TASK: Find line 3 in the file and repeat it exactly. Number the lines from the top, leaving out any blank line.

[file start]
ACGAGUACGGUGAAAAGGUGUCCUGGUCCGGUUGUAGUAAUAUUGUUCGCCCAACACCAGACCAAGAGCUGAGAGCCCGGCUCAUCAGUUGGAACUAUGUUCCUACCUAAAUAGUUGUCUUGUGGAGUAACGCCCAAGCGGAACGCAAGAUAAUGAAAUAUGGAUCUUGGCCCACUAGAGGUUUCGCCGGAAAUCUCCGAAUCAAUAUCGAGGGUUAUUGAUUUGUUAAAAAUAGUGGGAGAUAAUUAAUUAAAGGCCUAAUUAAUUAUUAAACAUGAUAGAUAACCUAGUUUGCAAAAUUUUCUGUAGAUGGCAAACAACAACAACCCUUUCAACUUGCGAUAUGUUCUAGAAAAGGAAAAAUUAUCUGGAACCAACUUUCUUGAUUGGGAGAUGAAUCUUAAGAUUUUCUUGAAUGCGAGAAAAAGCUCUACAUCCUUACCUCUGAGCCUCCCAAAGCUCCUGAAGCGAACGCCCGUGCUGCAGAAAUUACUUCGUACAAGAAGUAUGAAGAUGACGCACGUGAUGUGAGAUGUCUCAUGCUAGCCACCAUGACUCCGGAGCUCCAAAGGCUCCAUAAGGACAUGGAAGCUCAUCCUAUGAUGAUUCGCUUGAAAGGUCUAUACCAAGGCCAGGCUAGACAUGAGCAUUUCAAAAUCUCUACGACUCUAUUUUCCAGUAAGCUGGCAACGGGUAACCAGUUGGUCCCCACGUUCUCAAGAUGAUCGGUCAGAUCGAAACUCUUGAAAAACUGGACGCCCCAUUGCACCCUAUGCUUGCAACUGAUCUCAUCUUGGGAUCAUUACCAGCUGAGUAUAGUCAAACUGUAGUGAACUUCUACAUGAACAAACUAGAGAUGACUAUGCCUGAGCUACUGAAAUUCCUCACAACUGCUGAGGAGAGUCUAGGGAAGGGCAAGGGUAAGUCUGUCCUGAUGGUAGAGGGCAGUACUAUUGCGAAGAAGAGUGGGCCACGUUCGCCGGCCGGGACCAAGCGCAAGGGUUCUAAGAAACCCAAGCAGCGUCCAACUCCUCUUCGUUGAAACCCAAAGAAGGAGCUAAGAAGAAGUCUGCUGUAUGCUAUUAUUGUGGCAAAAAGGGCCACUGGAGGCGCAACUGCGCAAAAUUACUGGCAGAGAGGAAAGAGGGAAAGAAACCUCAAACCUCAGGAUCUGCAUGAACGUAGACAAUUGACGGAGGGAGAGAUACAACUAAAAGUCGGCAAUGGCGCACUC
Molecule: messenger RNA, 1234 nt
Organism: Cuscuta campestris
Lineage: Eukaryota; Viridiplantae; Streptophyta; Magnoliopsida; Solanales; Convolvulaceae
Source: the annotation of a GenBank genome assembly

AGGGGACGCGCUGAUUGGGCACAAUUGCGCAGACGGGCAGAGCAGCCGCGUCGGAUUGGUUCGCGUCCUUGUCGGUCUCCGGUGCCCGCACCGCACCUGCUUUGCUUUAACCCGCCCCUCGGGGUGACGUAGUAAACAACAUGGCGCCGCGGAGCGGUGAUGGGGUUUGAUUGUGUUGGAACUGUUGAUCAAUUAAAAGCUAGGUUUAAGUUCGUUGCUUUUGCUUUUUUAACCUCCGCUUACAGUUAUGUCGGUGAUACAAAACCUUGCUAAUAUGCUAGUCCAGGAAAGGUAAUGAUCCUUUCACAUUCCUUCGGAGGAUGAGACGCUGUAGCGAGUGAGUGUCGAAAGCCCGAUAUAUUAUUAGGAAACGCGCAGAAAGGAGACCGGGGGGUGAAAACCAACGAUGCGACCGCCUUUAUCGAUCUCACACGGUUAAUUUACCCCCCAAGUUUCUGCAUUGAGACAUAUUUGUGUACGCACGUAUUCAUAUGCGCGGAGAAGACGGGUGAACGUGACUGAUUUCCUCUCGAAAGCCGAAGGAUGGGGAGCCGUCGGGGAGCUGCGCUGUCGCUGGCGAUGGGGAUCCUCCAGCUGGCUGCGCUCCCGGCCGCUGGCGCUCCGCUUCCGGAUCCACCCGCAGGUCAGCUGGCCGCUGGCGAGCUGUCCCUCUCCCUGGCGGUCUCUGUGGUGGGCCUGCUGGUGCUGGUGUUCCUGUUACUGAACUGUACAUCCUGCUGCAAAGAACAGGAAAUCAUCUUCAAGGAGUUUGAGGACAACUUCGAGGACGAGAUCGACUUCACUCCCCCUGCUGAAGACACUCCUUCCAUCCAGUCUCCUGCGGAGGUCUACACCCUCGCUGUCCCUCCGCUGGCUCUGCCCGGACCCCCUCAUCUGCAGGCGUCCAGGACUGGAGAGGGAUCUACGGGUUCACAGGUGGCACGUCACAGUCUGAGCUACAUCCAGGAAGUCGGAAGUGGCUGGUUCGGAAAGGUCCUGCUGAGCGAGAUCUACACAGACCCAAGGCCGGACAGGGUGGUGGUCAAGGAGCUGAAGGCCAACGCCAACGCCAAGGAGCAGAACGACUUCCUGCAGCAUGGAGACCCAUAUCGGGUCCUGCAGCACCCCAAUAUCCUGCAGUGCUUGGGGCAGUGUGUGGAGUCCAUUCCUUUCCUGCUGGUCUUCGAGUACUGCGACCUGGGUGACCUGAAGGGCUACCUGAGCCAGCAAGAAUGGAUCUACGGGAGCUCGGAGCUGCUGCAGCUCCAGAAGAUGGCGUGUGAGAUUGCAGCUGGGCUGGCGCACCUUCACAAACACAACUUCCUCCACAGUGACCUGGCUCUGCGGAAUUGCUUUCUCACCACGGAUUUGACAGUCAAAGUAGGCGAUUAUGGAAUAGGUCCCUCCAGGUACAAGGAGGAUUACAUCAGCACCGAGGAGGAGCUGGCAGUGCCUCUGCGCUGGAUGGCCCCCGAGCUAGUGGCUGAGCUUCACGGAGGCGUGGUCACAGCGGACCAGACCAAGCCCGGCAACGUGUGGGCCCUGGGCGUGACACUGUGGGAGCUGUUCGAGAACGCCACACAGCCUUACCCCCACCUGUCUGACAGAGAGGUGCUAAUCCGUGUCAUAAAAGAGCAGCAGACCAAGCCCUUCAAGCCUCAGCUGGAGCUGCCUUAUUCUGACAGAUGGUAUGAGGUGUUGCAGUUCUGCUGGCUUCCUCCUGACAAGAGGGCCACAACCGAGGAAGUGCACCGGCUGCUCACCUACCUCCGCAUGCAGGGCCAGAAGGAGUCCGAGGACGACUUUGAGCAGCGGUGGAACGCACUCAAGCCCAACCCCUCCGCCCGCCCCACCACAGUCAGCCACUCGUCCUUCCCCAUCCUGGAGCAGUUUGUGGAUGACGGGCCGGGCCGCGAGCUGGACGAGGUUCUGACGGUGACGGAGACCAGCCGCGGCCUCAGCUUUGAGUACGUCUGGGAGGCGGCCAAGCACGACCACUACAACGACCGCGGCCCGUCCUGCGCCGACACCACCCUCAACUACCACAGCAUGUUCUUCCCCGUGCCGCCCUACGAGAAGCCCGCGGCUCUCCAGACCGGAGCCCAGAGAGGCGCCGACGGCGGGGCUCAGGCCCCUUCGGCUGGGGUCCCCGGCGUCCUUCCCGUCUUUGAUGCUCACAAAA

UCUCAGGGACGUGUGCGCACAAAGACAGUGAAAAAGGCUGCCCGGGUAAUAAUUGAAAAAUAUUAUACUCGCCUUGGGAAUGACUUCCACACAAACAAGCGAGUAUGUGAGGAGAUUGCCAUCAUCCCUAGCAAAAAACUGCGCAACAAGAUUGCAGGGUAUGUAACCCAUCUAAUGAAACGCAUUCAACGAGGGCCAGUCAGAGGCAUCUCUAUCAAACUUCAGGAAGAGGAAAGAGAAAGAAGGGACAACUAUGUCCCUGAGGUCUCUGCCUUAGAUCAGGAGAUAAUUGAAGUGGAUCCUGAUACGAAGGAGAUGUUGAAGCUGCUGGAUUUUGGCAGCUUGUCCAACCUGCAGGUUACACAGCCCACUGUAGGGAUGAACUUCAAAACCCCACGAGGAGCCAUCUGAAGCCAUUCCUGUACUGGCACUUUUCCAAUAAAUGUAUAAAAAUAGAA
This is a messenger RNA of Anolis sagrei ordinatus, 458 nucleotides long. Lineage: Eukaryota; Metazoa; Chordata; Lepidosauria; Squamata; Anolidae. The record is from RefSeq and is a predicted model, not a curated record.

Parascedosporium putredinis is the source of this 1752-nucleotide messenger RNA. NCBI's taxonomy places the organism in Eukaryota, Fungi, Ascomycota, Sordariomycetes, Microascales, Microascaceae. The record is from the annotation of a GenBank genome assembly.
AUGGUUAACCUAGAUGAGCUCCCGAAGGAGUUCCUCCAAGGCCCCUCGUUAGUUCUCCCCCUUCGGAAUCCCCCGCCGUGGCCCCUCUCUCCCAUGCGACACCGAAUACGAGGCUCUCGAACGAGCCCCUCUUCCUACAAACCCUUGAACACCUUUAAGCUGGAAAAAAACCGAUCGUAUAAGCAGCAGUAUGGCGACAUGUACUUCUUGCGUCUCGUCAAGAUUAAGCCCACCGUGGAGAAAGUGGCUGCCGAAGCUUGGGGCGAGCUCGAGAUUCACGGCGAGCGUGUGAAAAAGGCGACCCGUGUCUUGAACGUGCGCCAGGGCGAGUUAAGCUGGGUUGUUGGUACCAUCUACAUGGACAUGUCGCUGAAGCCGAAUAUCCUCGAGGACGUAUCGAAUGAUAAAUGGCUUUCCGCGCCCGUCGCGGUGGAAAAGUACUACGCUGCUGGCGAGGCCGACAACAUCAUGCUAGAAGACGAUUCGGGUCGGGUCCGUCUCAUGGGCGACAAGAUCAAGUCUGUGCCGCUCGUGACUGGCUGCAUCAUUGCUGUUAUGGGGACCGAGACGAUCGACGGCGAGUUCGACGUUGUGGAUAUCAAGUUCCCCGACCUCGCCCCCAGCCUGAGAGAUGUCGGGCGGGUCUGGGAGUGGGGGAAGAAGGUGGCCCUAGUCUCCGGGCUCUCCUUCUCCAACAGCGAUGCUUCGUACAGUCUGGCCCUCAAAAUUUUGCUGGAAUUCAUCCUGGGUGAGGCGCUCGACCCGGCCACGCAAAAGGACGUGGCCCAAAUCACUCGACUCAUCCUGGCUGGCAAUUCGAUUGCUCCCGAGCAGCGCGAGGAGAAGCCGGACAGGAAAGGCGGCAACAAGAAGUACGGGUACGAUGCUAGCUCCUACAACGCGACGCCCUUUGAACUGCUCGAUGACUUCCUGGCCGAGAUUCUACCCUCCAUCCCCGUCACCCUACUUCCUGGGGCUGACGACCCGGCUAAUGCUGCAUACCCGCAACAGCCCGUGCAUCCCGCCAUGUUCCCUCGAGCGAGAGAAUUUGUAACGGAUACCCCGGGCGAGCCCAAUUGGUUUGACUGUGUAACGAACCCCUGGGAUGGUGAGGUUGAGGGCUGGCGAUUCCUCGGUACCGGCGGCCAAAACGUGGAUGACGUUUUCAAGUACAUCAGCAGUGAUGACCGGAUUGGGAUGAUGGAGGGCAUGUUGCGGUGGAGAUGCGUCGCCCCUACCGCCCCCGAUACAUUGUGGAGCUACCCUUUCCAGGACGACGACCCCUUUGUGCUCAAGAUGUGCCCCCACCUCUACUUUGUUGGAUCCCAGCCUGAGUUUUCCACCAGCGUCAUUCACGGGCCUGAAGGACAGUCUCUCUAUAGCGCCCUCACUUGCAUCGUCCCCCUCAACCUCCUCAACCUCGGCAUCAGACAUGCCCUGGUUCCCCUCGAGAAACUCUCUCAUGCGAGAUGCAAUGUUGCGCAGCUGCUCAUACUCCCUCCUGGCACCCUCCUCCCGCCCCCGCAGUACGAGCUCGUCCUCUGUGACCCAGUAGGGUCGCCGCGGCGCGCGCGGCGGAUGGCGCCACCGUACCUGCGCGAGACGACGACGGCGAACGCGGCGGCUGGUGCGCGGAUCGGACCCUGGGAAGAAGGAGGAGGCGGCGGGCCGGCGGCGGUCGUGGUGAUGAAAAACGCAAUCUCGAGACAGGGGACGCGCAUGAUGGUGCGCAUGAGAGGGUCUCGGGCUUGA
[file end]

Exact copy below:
Organism: Cuscuta campestris